Saturday, December 28, 2013

Night Stands

After I finished the armoire, the little IKEA nightstands we had gotten after the fire looked so puny and white, which is kind of strange for me to be saying since my go-to color for painted furniture has always been white.  Although recently I've been painting stuff blue, so who knows anymore?
Anyway, we had a pair of unfinished chest-of-drawers that at one time were our night stands, and I was going to paint them white, but somehow that never happened.  After we started our addition and had to cram our bed into the porch room, there was no longer room for these, and eventually they ended up being stored out in the unfinished addition, which meant that they were not in the fire.
So they've been sitting up in the purple room all this time since we've been back in our house, and now that we have a big old brown armoire in our temporary bedroom it seemed like the thing to do would be to stain these things to match.  So I did.  I used the General Finishes Gel Stain, started with "Georgian Cherry" so that it would have a red undercurrent like the armoire did, and then over top of that I put "Antique Walnut" followed by a few coats of satin finish wipe-on polyurethane, and here's how it turned out:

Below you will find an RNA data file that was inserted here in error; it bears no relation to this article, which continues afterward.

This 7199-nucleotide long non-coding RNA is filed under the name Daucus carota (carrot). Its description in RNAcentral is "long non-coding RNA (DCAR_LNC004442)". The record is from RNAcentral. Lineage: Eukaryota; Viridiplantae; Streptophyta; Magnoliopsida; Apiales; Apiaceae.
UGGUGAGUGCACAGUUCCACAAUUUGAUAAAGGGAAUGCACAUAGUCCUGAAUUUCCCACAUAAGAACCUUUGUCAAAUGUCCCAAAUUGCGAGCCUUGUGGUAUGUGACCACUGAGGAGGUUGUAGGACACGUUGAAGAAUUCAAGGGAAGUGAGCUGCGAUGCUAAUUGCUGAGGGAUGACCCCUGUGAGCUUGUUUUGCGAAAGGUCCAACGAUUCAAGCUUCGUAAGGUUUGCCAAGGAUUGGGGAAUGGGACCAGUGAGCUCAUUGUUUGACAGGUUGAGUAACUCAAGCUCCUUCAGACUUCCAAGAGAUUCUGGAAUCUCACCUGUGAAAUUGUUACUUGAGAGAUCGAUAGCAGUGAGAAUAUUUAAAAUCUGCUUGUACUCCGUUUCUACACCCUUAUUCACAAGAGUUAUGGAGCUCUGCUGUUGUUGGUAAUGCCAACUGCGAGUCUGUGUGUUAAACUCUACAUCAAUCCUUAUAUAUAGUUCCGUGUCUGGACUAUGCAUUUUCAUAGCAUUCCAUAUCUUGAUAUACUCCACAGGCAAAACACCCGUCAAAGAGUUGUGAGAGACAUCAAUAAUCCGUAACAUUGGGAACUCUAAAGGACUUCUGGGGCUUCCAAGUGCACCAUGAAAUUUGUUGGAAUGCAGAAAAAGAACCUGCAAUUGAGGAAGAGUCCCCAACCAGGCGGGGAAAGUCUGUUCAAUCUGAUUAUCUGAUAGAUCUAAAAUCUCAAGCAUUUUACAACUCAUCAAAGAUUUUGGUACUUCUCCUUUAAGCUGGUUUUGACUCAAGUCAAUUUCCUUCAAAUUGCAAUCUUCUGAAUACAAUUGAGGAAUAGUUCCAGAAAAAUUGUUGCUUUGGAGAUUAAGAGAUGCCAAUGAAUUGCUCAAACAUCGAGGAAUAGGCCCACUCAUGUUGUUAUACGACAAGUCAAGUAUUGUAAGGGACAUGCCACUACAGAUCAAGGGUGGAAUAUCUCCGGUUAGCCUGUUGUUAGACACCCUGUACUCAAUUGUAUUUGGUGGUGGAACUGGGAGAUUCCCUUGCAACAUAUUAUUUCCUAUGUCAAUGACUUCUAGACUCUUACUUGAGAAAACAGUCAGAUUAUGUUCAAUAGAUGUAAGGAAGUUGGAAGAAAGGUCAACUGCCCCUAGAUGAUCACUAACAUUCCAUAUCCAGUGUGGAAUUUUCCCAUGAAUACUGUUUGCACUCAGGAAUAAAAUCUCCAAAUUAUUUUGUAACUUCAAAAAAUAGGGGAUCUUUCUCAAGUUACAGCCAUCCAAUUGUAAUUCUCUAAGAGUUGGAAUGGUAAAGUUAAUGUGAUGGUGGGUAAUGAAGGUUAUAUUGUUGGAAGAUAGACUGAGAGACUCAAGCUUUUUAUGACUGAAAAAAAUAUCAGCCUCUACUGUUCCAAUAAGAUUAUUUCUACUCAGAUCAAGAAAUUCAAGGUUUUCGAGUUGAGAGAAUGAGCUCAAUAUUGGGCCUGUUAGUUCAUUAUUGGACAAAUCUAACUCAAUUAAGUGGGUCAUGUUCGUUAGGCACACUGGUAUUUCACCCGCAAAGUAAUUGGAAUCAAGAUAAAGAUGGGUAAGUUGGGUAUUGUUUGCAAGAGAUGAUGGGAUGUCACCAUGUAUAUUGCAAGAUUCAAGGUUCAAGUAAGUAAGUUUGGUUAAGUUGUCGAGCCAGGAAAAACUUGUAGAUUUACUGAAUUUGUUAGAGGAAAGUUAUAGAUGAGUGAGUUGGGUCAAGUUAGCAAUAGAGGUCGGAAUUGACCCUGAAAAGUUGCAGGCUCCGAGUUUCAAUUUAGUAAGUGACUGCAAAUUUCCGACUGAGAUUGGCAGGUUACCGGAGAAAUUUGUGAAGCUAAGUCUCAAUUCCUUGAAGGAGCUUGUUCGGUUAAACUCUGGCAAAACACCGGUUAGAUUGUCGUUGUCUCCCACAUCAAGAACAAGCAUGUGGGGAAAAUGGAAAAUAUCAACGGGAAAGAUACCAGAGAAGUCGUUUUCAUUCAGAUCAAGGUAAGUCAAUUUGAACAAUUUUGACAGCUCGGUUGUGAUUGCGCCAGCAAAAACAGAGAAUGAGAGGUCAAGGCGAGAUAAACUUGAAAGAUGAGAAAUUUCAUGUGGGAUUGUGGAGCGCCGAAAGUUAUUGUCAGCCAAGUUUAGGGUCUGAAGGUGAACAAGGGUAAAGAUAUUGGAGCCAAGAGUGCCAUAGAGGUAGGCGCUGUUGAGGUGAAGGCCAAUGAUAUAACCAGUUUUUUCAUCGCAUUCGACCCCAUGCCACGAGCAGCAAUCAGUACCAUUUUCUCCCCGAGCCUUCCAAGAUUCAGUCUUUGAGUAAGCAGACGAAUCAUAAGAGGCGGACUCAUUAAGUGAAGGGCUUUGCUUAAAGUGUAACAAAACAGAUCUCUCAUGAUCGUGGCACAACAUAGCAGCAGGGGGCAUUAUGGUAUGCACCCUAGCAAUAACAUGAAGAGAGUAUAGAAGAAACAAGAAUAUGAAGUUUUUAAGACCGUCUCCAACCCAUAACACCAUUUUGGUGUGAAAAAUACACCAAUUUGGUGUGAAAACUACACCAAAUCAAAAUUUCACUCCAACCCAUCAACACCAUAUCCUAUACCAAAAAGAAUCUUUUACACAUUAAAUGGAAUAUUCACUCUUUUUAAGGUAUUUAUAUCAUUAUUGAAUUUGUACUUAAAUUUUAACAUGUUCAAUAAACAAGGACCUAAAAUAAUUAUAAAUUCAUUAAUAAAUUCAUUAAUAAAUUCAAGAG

I've been dying to use these handles that came with our kitchen cabinets (which we ended up not using) for something in our house, but everything else I've done recently looked better with knobs.  You can't really see them in the photo above, so here's a close-up:

This staining business has turned into a disease.  Next I want to make a headboard and stain it, since apparently I'm actually capable of doing this sort of thing.  Ughh..... I absolutely HATE getting all yucky and dirty and sanding things and getting stuff all over my hands - HATE IT!!!  And yet I'm sitting here thinking of more things to do.  Well it's fun to see the end product so hopefully my luck will hold out and I'll end up with a nice headboard too!  Stay tuned...